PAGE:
Eugene Robinson Live (Feb. 19)

Hi, everybody, and welcome to our regularly scheduled chat. Well, we're still in a state of national emergency, I guess. I'm still having trouble getting past President Trump's performance in the rose garden last Friday. Perhaps there has been a stranger encounter between a president and the American public in that historic setting, but I can't think of one. Ever. The sing-song recitation of what the courts will likely do with his declaration was -- and I think I'm being more than fair here -- totally unhinged. Maybe it's just me, but I thought Article I of the Constitution was quite clear about who gets to decide how public funds are spent. In other news, I guess we'll be Feelin' the Bern again this year -- Sen. Sanders announced this morning that he's running again for president. And today's column is on the Green New Deal. Yes, it's aspirational. And that's a good thing. Let's get started.

Honestly admit I'd never heard of Joe Crowley before last year, but he seems like a nice person and gracious in defeat. Pretty much EVERY SINGLE news piece I see on his successor mentions her defeating him which begs the question, if Alexandria Ocasio-Cortez had just won an open seat, would she matter as much or justify the extreme level of coverage?

No, she wouldn't. Actually, even though she defeated Crowley, nothing justifies the 24-7 coverage she's getting. Republicans and the right-wing echo chamber believe they can turn her into a monster who frightens and energizes GOP voters. But what if she energizes progressives, too?

Is the Space Race really the best way to frame environmentalism? One it ignores that federal environmental policy existed in the Kennedy and Johnson administration (I know other people act like A.O.C. invited the idea). Two, what's the U.S.S.R. in all this because I'm not upset in China or India or Russia come up with a greener economy first. Three Pres. Kennedy wasn't subtle that way beyond scientific purposes, the true goals were propagandistic.

I mentioned the space race because it was a big and audacious national project, which is what I think we need now to confront climate change. (And there was environmental policy when Republicans were in the White House too, once upon a time. Richard Nixon established the EPA.)

While the M.A.G.A. crown ought to embrace the G.N.D., I'm a bit surprised Fox News echo chamber has started comparing it to the Mao's well-intentioned -but-ultimately-disastrous "Great Leap Forward"?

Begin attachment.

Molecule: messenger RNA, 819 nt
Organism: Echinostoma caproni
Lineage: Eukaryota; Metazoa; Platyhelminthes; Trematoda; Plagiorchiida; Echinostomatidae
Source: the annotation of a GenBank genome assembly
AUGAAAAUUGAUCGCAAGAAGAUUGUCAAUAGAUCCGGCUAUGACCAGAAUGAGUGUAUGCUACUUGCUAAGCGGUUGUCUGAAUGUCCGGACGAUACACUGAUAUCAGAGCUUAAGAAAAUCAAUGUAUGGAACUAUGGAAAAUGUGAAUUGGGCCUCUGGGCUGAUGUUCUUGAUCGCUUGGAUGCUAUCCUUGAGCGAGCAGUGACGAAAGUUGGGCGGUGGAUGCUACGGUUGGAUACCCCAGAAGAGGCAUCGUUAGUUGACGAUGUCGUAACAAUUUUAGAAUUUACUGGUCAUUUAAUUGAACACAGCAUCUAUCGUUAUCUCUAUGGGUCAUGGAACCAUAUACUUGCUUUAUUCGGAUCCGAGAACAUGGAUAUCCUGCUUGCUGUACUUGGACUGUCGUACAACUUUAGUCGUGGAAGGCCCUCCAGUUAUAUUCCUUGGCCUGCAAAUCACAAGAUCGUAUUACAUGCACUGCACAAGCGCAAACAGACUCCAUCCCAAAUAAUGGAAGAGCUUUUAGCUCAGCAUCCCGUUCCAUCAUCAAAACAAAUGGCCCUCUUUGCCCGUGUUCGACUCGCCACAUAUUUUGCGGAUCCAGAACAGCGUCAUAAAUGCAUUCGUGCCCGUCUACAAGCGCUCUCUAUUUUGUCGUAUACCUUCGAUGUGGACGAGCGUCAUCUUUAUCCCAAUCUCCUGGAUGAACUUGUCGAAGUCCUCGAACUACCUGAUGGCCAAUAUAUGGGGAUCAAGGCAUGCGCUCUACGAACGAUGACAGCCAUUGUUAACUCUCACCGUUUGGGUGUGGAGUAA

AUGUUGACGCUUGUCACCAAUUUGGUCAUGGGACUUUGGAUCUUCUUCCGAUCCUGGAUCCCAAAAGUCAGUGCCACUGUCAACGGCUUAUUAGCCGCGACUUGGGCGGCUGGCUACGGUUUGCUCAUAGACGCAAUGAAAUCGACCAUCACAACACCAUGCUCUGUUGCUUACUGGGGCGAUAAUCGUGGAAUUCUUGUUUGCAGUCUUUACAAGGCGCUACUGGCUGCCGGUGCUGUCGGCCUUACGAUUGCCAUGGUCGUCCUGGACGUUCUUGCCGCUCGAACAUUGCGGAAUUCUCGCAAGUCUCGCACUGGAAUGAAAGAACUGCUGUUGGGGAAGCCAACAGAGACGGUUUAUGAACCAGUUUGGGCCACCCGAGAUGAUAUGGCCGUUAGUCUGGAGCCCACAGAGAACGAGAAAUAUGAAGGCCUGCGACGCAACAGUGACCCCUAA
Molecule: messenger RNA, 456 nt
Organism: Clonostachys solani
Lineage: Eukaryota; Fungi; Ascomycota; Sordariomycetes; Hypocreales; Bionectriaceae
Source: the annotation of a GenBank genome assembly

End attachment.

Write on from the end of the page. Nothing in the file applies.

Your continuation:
That's a totally ridiculous comparison, as will be evident to anyone who reads or even skims a history book.

I think after having read the reports, it isn't just how horrible she was to her staff, but the staffers were trying to get across how her ineffective micromanaging wasted too much of her time, energy, and focus on menial stuff and it was as important to her as the "big picture" stuff which I don't think is an unfair critique of somebody wanting to the next President of the United States and separate from the "bad boss" stuff?

I've begun to think that Sen. Klobuchar's management style will not be a big deal. At this point, I think she's heard the criticism. I think voters will be more inclined to judge her on her vision.

Reading the article in today's Washington Post regarding an Alabama newspaper editor wanting to bring back lynching reminds me how I sometimes feel as if I am living in an alternative reality. It is hard enough understanding how so many Republicans can remain silent or be supportive of statements and actions of Trump that many of us feel are supportive of intolerance. I feel like I am living in my own closed bubble devoid of understanding of people around me. Here in Texas we have many statues to Confederate leaders and there is still no push to remove all of these monuments. Will we ever see monuments erected to lynching victims at each of the lynching sites in this country during my lifetime?

Probably not -- although what I hear is a terrific museum that documents lynchings opened last year in Alabama. That newspaper editor has doubtless nurtured those views for a long, long time. Why is he now willing to share them publicly? 

"I don't agree with her 100% and maybe she's too extreme or speaks before thinking causing the occasional "foot-in-mouth" moment, but I totally love her energy and she got a lot of support out there because she's talking about real issues. Also she gets the press's attention like nobody else re-framing the conservation and really can't stand how over-the-top and outright mean some particular members of the media are to her especially on meaningless trivia stuff always trying to caricaturing her as a non-serious idiot to impugn the policies (although less extreme) I agree with." Who does this describe? Alexandria Ocasio-Cortez today or Sarah Palin circa 2009/2010? Just a heartfelt warning from a conservative who didn't see it coming. I know, I know. The left is always smarter than the right and Sarah Palin was just obviously dumb from day one, right? Just ignore how her approval rating was consistently #1 among the 50 governors before the McCain campaign picked her because what do Alaskans know...